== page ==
For inclusion in the December 2013 journal article review process and possible publication in the 36th issue of the RAP Journal, submit by October 31, 2013.
Manuscripts will be reviewed using a double-blind review system. Comments will be sent to the author/s within 2 months of submission. Papers may be accepted, accepted pending revisions, revised and resubmitted for a future issue, or rejected. Please read the submission guidelines and the criteria for the evaluation of papers. To know more about RAP, visit their website at rap.org.ph.
Click to view full event invitation
July 16 is the 30th National Children’s Book Day. As part of its celebration, the Philippine Board on Books for Young People (PBBY), in partnership with Adarna House and University of San Jose-Recoletos, invites public and private school teachers and librarians to Basa, Mga Kapatid! A Free Seminar on Library Activities and Book Reviewing. The seminar will be held from 8:00 AM to 4:00 PM on July 20, 2013 (Saturday) at AV – Room, Saint Ezekiel Moreno Bldg., University of San Jose-Recoletos, Basak Campus, Basak Pardo, Cebu City.
Speaking at the seminar will be outgoing PBBY Chair Zarah Gagatiga and incoming PBBY chair Tarie Sabido. For registration information, download the PBBY Cebu Seminar_Registration Form.
- ABOUT Zarah Gagatiga: A teacher librarian at Beacon Academy, she used to be the coordinator of Xavier School’s Grade School Learning Resource Center and is formerly President of Kuwentista ng mga Tsikiting (KUTING). She co-authored a book entitled Tales from the 7,000 Isles: Filipino Folk Stories published by Libraries Unlimited in 2011. She is also an accreditor for Instructional Media for the PAASCU and has been conducting lectures and workshops on library services and storytelling in Singapore, Thailand, and Hongkong.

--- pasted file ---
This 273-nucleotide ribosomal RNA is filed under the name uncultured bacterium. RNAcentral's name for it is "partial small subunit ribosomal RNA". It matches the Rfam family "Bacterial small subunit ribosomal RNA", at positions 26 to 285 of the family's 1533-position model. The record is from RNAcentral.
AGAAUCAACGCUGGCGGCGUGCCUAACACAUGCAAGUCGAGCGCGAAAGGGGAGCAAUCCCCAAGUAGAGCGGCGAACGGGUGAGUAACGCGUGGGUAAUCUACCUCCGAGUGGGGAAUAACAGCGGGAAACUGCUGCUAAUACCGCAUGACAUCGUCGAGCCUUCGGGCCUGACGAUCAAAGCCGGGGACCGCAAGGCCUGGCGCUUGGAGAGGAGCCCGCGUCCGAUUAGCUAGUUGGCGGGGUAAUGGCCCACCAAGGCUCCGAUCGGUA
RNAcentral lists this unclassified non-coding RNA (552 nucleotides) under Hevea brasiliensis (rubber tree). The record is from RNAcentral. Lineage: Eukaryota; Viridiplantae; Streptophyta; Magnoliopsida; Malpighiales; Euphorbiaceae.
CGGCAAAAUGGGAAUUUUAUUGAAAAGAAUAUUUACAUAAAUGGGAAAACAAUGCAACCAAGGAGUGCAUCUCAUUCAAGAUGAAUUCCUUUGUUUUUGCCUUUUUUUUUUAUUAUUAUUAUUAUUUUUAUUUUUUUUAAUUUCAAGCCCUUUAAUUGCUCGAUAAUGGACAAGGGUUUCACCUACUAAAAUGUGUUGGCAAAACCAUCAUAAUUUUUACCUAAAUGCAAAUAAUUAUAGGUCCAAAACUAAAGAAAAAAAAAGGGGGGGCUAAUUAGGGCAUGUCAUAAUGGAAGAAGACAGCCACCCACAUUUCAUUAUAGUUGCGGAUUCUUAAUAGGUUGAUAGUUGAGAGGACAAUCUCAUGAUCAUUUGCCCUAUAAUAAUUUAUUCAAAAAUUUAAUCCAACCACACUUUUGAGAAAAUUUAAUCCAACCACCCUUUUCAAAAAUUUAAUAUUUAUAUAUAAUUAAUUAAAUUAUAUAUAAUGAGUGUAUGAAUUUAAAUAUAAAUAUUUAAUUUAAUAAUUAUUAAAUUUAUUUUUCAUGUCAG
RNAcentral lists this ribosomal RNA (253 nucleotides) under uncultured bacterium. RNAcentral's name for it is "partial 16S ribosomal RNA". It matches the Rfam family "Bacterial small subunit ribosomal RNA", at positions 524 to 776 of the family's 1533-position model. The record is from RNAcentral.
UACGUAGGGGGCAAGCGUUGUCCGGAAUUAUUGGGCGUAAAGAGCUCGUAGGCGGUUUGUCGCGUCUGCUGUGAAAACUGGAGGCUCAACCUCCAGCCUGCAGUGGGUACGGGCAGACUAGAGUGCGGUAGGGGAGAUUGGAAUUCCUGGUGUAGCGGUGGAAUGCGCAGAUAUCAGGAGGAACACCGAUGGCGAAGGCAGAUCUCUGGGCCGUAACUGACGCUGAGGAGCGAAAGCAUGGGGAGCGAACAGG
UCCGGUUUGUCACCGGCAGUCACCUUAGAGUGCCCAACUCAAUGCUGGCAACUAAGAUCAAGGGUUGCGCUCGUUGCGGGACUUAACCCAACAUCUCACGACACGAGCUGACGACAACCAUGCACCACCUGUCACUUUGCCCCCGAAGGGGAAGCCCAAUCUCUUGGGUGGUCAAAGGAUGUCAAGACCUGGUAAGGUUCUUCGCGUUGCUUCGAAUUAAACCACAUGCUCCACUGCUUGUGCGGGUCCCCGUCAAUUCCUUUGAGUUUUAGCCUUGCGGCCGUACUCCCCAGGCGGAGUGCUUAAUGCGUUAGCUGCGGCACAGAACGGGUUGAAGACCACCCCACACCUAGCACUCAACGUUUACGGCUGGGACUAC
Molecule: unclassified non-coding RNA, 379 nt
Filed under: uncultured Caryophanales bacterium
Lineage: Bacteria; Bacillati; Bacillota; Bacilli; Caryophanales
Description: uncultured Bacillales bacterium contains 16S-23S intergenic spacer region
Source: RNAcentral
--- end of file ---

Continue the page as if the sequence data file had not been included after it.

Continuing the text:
- ABOUT Tarie Sabido: Currently taking her MA in English Studies from the University of the Philippines, she has taught English and professional oral communication in universities such as Ateneo de Manila and De la Salle. She designs and develops materials for teaching English as a foreign language, and also blogs about children’s and young adult books. Most of her blog reviews on Into the Wardrobe, Asia in the Heart, World on the Mind, and Color Online give focus and importance to Asian books.
To commemorate Andres Bonifacio’s 150th birthday and the 30th National Children’s Book Day, the Philippine Board on Books for Young People calls on everyone to join the reading revolution with the theme “Basa, mga kapatid!”
Posters commemorating this year’s National Children’s Book Day celebrations are available from the Secretariat. This year’s poster was designed by Kora Dandan-Albano.
Schools, libraries, and literacy organizations are encouraged to drop by the PBBY Secretariat at 109 Scout Fernandez St, Brgy Sacred Heart, Quezon City to get posters. Please call Lance through (02) 352-6765 local 120 to schedule your pick up and to verify whether there are still posters left.
How can we make children understand how it was during Martial Law? World War I? Pre-Hispanic times? Through time travel, of course! Not the dangerous, techie-gadgety, lightning-necessary kind. Just the in-the-comfort-of-your-own-home type—books!
You may have already read some without realizing it. Historical fiction is a genre all on its own, and that means that there is a wealth of materials out there that go under this label. In general, historical fiction employs historical elements (such as real-life events and people) in its narrative.
Besides being a literary treat, reading and utilizing historical fiction has many benefits.
Reinforce lessons in history with historical fiction as a teaching tool. Teachers could use it as a springboard to discuss Social Studies of History topics, as an alternative teaching method for linguistically inclined students, and as a way to review concepts and topics discussed in class.
Makes history come alive. Since the past is brought to life by historical fiction, readers can have a deeper connection with history. While enjoying the adventures and conflicts of the characters, children will understand the context of a historical event, person, or place. They will also analyze multiple perspectives, and realize the complexity of historical issues, as depicted by the characters in the narrative.
Enrich the imagination of readers through stories, especially those that fill gaps in history and try to answer what-ifs of the past. It will give them the idea that behind every bit of historical information lies a story – and that they are free to rework and imagine the outcomes.
Adarna House offers a variety of books under the historical fiction genre. These include the Batang Historyador series that narrates fictional lives during different political periods of the country through the eyes of children characters.